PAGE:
GM announced $3.2 billion profit in the first three months of 2011, for its fifth-straight quarterly profit, including $1.5 billion from one-time charges that included the sale of GM’s stake in Delphi and preferred stock in former in-house lender Ally Financial.
But even excluding those items, profit was $2 billion before interest and taxes, beating analysts expectations of about $1.6 billion and up from $1.7 billion in the quarter a year ago. It was also GM’s biggest profit since earning $1.8 billion in the second quarter of 2000.
GM sold 2.2 million vehicles globally, helping to lift revenue 15% to $36.2 billion, about $600 million more than analysts were expecting.
And GM gave a strong outlook for the rest of the year, saying that results from its core North American unit will improve for the rest of the year as better pricing and lower fixed costs should more than offset commodity price increases and any shift by consumers to less expensive, more fuel efficient cars.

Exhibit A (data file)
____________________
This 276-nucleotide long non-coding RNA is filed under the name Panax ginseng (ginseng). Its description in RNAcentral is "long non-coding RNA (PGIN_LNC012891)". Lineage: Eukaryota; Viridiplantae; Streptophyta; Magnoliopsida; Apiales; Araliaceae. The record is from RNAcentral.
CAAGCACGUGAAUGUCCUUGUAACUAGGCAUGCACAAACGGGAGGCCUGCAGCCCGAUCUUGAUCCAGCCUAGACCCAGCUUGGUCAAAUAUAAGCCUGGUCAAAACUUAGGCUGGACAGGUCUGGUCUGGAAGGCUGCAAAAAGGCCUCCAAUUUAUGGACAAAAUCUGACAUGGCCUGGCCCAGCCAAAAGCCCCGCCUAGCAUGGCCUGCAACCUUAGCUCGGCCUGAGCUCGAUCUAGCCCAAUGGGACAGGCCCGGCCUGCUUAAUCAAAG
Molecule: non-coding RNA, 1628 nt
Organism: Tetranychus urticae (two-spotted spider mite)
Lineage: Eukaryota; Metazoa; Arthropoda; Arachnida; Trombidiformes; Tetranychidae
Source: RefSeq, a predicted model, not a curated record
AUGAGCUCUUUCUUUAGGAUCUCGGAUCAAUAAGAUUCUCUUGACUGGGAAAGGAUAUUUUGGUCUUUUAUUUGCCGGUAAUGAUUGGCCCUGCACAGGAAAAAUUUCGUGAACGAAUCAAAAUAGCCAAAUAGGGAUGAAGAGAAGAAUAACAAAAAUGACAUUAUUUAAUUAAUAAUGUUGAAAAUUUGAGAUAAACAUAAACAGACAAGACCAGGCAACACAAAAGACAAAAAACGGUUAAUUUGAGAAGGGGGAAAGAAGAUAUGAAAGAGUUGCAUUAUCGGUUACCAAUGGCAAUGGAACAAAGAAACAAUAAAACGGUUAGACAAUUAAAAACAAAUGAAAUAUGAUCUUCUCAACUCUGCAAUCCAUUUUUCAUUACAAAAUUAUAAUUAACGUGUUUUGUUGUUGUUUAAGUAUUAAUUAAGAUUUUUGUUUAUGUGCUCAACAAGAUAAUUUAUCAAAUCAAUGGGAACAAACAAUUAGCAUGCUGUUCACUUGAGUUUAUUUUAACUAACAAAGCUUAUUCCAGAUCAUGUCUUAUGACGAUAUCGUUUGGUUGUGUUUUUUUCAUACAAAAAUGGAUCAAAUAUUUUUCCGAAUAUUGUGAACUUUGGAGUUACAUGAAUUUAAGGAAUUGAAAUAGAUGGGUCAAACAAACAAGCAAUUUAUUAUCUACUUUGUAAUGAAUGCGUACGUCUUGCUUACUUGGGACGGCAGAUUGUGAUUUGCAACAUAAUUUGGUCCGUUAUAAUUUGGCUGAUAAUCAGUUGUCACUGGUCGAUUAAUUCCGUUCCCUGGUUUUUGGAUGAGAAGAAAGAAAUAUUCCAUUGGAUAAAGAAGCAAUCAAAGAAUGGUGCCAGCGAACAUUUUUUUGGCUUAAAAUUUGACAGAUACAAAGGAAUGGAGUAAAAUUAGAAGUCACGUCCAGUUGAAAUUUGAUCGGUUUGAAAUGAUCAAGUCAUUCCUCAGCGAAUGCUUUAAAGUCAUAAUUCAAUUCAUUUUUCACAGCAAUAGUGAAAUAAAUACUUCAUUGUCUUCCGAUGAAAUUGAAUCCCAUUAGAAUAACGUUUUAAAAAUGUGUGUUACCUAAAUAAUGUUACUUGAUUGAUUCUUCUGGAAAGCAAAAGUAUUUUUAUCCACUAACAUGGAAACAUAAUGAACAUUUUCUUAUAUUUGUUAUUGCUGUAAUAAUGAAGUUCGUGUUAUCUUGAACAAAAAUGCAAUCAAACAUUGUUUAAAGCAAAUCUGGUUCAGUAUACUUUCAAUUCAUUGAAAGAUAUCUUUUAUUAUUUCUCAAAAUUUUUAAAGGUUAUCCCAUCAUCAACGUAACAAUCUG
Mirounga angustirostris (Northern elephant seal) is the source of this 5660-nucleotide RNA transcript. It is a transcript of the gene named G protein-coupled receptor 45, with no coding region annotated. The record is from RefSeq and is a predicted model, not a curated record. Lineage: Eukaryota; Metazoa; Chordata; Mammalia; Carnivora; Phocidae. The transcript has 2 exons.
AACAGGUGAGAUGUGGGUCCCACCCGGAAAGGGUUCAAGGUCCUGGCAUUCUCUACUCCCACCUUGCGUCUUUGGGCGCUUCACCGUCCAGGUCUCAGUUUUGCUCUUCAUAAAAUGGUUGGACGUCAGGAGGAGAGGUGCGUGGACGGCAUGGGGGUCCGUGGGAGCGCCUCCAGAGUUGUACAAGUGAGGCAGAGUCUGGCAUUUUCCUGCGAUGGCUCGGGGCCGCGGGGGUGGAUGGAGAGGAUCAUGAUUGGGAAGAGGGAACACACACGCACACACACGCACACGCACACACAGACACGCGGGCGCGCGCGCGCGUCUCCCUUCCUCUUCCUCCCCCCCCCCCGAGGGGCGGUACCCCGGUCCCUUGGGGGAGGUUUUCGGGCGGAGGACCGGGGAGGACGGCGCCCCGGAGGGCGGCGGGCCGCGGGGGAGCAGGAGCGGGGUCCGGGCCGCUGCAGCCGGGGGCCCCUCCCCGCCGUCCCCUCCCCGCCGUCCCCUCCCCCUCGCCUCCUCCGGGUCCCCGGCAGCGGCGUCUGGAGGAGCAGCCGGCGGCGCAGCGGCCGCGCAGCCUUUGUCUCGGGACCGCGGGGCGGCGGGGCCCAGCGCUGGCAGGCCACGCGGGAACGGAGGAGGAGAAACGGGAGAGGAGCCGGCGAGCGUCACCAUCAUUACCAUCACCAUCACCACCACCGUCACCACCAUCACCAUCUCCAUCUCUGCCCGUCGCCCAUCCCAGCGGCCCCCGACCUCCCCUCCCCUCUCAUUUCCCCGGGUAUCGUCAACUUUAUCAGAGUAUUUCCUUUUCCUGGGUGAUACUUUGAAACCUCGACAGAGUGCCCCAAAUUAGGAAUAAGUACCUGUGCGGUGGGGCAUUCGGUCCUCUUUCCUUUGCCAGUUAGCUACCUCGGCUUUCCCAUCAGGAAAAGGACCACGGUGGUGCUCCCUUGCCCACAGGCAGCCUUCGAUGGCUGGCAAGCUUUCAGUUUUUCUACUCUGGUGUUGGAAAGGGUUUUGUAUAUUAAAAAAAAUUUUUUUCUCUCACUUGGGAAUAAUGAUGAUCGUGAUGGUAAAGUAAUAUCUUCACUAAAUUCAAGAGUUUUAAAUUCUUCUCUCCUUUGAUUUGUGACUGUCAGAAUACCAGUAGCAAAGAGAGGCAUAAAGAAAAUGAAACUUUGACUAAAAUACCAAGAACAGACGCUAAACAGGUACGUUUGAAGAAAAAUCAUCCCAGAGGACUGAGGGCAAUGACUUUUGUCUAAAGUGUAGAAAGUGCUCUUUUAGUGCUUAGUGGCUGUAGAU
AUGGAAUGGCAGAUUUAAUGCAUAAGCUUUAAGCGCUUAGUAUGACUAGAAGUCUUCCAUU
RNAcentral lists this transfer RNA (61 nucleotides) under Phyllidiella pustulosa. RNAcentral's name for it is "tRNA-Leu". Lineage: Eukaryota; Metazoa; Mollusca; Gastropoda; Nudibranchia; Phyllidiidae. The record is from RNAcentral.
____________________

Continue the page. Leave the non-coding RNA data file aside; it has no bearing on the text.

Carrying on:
“GM’s systemic reorganization and more market-attuned new models are together making a substantive impact on the company’s ability to generate revenue and profit from its automotive operations. In ‘right-sizing’ itself for its current share of the market, and in designing and building more competitive vehicles in a broader range of market segments, GM is creating a much more viable foundation for consistent growth and profitability,” said Bill Visnic, senior analyst for online automotive research firm Edmunds.com.
The company reiterated it expected the Japan earthquake disaster would have no serious impact on full-year results.
The positive earnings report came as the government looks to sell its remaining stake in GM after a politically controversial $49.5 billion rescue from the Treasury.